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Math Help - isomorphism

  1. #1
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    isomorphism

    Let y be an integer, which is not a square of another integer.

    How do I prove that Q[sqrt(y)] = {a + bsqrt(y) : a,b in Q} is isomorphic to Q[x]/(x^2 - y) where Q is the set of rational numbers?

    Thanks for your help.
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  2. #2
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    Quote Originally Posted by agentZERO View Post
    Let y be an integer, which is not a square of another integer.

    How do I prove that Q[sqrt(y)] = {a + bsqrt(y) : a,b in Q} is isomorphic to Q[x]/(x^2 - y) where Q is the set of rational numbers?

    Thanks for your help.
    I think someone is replying to this now who should be able to help, so since I'm kind of learning this topic as well, I'll ask a question.

    This proof requires that we show that there exists a map F:Q[\sqrt{y} ]\rightarrow \frac{Q[x]}{x^2-y} that is one-to-one, onto, and has an inverse. That is the more explicit objective right?

    What is x defined as though?
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  3. #3
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    Quote Originally Posted by agentZERO View Post
    Let y be an integer, which is not a square of another integer.

    How do I prove that Q[sqrt(y)] = {a + bsqrt(y) : a,b in Q} is isomorphic to Q[x]/(x^2 - y) where Q is the set of rational numbers?

    Thanks for your help.
    define the map f: \mathbb{Q}[x] \longrightarrow \mathbb{Q}[y] by f(p(x))=p(\sqrt{y}). clearly f is an onto ring homomorphism. so we only need to prove that \ker f = <x^2 - y>, which is quite straightforward:

    if p(x) \in <x^2 - y>, then obviously p(\sqrt{y})=0, i.e. p(x) \in \ker f. suppose now that p(x) \in \ker f. we have: p(x)=(x^2 -y)q(x) + \alpha x + \beta, for some \alpha, \beta \in \mathbb{Q}. since p(\sqrt{y})=0,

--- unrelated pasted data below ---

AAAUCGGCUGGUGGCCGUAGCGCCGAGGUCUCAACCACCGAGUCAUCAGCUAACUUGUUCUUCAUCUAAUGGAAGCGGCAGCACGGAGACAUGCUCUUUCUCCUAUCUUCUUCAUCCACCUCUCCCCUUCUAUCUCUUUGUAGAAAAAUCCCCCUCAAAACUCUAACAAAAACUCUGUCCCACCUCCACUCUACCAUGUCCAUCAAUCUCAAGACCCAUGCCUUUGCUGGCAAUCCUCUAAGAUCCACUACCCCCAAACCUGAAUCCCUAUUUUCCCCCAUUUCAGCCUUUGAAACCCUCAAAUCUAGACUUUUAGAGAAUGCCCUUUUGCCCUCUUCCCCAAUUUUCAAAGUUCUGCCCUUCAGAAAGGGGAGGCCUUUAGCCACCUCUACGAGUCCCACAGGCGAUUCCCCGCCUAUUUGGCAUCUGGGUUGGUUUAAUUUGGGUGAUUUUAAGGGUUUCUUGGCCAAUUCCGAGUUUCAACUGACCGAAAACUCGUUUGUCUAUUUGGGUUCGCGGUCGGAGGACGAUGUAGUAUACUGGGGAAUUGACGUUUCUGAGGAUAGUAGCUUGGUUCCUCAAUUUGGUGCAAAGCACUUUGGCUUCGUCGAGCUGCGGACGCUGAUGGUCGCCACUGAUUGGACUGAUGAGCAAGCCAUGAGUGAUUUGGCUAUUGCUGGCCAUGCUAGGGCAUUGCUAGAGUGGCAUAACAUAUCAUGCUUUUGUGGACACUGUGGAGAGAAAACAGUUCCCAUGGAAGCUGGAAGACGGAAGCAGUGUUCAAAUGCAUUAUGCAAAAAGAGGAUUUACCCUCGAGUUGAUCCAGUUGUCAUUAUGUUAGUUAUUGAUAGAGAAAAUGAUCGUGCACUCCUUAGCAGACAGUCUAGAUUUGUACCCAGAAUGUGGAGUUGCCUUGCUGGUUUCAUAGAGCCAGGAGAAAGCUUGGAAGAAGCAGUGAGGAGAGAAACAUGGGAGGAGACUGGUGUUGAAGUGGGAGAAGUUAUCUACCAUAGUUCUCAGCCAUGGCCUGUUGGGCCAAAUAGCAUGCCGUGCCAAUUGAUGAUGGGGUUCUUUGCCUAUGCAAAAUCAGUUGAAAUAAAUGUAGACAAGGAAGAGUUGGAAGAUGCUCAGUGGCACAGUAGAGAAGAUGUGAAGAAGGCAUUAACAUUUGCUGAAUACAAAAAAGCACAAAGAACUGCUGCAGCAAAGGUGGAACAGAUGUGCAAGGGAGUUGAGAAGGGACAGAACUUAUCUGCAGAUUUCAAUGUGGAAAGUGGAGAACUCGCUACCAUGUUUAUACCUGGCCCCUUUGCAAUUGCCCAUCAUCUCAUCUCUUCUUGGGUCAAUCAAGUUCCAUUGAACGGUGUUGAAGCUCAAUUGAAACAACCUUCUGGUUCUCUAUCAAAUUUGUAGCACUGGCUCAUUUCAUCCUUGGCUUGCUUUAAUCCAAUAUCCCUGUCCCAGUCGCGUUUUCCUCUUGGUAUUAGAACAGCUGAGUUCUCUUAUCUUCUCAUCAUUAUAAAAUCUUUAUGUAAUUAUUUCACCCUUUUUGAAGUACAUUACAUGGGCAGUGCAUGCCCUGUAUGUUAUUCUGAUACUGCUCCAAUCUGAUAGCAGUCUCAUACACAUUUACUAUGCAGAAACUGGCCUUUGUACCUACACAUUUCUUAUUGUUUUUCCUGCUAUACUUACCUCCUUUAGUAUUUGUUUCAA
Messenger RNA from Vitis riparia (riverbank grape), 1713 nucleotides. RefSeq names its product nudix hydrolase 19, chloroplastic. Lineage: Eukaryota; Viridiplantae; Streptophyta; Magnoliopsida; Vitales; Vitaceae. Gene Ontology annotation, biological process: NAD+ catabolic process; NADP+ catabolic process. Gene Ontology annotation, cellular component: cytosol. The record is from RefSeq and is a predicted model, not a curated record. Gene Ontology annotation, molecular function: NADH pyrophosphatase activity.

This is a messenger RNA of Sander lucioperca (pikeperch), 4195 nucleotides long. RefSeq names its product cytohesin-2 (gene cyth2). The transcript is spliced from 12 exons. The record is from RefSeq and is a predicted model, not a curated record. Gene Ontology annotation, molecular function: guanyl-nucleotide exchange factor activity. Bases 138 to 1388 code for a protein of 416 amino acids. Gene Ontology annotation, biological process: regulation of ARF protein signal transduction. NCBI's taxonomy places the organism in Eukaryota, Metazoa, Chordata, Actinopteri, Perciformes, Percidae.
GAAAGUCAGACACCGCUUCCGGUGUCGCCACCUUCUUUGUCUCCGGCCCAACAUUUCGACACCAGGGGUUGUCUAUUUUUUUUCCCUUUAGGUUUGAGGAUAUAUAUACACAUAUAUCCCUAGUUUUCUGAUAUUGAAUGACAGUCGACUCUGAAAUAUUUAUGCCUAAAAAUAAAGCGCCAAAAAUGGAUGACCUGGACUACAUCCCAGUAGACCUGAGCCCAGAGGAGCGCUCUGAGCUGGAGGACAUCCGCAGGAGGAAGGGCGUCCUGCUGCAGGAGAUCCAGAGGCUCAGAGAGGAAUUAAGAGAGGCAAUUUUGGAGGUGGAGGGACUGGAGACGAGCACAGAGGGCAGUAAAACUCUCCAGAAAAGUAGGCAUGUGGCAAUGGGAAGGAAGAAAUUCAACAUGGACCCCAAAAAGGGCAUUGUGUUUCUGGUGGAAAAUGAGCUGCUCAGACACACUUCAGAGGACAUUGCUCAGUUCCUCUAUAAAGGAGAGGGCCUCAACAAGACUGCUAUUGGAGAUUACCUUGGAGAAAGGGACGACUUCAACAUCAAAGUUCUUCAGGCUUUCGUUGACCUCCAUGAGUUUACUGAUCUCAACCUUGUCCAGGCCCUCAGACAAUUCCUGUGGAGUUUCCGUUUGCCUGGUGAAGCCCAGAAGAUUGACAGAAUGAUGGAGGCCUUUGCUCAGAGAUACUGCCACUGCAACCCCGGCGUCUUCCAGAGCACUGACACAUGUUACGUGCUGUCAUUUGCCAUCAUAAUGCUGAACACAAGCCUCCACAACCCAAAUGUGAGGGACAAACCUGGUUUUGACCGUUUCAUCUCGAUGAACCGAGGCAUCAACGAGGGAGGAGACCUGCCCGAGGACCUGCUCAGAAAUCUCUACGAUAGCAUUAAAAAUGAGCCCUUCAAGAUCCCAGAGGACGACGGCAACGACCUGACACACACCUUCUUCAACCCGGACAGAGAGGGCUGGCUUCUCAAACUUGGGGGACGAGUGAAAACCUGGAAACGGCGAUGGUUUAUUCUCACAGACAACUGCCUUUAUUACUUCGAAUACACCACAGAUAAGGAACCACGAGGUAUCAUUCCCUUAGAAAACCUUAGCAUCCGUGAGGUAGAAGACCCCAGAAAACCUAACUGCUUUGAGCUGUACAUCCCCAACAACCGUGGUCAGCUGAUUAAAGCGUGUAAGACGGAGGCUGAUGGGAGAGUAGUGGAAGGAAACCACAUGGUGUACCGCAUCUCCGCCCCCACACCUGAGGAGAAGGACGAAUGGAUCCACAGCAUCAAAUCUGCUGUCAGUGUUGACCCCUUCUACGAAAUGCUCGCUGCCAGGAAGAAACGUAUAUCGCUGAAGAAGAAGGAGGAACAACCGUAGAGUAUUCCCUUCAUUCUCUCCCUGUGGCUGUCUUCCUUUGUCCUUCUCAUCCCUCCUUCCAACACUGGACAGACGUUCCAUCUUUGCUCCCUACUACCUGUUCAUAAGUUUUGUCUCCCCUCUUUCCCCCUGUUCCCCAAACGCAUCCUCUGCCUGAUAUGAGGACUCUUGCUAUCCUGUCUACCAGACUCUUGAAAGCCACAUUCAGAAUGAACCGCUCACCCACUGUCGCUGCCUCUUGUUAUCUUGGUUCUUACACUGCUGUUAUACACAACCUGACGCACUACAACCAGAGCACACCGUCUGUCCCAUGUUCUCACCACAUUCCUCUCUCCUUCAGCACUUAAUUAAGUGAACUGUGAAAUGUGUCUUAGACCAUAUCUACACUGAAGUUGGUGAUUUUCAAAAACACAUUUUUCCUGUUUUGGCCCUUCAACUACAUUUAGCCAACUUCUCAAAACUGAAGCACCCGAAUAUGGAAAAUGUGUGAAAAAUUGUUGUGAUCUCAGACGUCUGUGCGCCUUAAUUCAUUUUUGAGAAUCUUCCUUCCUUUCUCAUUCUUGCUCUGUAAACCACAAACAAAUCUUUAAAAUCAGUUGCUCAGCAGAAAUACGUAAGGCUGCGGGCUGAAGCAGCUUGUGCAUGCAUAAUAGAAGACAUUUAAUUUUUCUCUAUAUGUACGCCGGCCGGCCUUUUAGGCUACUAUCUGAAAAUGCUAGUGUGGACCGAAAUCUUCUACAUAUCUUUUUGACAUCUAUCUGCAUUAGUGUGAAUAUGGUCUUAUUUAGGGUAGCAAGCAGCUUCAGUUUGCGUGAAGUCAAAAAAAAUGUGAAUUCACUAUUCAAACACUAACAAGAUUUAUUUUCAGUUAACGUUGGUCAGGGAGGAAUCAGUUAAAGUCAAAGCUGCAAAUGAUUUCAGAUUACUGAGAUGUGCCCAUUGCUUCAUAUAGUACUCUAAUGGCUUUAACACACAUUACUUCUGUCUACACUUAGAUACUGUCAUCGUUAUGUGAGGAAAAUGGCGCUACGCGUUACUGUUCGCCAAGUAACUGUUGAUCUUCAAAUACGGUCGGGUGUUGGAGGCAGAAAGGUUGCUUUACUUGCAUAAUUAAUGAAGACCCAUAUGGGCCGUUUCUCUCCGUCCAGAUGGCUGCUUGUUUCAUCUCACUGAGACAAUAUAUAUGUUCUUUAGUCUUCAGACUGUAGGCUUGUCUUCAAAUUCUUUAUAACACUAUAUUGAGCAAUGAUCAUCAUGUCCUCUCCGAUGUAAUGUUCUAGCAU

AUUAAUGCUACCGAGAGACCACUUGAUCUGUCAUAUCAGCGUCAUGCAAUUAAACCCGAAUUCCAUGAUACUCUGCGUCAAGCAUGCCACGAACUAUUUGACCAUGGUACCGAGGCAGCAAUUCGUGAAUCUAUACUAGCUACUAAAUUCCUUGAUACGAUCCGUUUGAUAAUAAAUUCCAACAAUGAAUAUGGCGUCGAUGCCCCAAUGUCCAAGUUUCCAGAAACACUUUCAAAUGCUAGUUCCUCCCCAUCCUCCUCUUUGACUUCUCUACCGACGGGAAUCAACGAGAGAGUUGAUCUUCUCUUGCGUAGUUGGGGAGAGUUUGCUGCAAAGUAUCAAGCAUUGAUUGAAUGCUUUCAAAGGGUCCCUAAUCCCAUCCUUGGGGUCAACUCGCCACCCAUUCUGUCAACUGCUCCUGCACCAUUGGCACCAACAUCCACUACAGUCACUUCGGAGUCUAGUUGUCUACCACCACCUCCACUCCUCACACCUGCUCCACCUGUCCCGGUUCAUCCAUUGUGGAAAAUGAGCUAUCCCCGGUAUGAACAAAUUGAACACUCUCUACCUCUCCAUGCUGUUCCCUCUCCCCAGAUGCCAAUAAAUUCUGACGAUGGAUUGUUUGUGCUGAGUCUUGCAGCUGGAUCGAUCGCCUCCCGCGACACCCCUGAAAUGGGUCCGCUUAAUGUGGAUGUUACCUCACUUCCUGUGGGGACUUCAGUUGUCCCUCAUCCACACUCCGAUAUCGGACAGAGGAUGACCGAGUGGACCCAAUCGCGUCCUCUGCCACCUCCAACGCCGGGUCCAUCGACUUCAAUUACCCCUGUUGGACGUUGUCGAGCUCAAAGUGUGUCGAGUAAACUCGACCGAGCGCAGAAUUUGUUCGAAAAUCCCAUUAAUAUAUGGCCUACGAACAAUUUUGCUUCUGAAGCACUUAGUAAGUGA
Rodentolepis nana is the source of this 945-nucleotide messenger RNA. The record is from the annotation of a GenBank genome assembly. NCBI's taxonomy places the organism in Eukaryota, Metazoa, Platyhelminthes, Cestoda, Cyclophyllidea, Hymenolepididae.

we must have: \alpha \sqrt{y} + \beta = 0, which gives us: \alpha = \beta = 0, because y is not a square of an integer. thus: p(x)=(x^2 - y)q(x) \in <x^2 -y>. \ \ \Box
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  4. #4
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    Oh man was I wrong. Sigh. So much to learn.
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  5. #5
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    How do I use this to prove that Q[sqrt(2)] is not isomorphic to Q[sqrt(3)]? What property of a ring fails?

    Thanks for the response from before.
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  6. #6
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    Quote Originally Posted by agentZERO View Post
    How do I use this to prove that Q[sqrt(2)] is not isomorphic to Q[sqrt(3)]? What property of a ring fails?

    Thanks for the response from before.
    This is an interesting problem that \mathbb{Q}(\sqrt{2}) and \mathbb{Q}(\sqrt{3}) are isomorphic as vector spaces but not as fields. The way you show they are not isomorphic is by assuming that \phi: \mathbb{Q}(\sqrt{2}) \to \mathbb{Q}(\sqrt{3}) is an isomorphism. First \phi ( 1 ) = \phi (1). Therefore, \phi (n ) = \phi (1 + ... + 1) = \phi (1 ) + ... + \phi (1 ) = n for n\in \mathbb{Z}^+. It is easy to show \phi ( n ) = n for n\in \mathbb{Z} by considering the negatives. Next \phi(a/b) = \phi(a)/\phi(b) = a/b. Thus, \phi|_{\mathbb{Q}} is an identity map. Now \sqrt{2}^2 = 2 \implies \phi(\sqrt{2})^2 = 2 \implies \phi(\sqrt{2}) = \pm \sqrt{2}. In both cases we never get an onto mapping because nothing gets mapped to \sqrt{3}. A contradiction.
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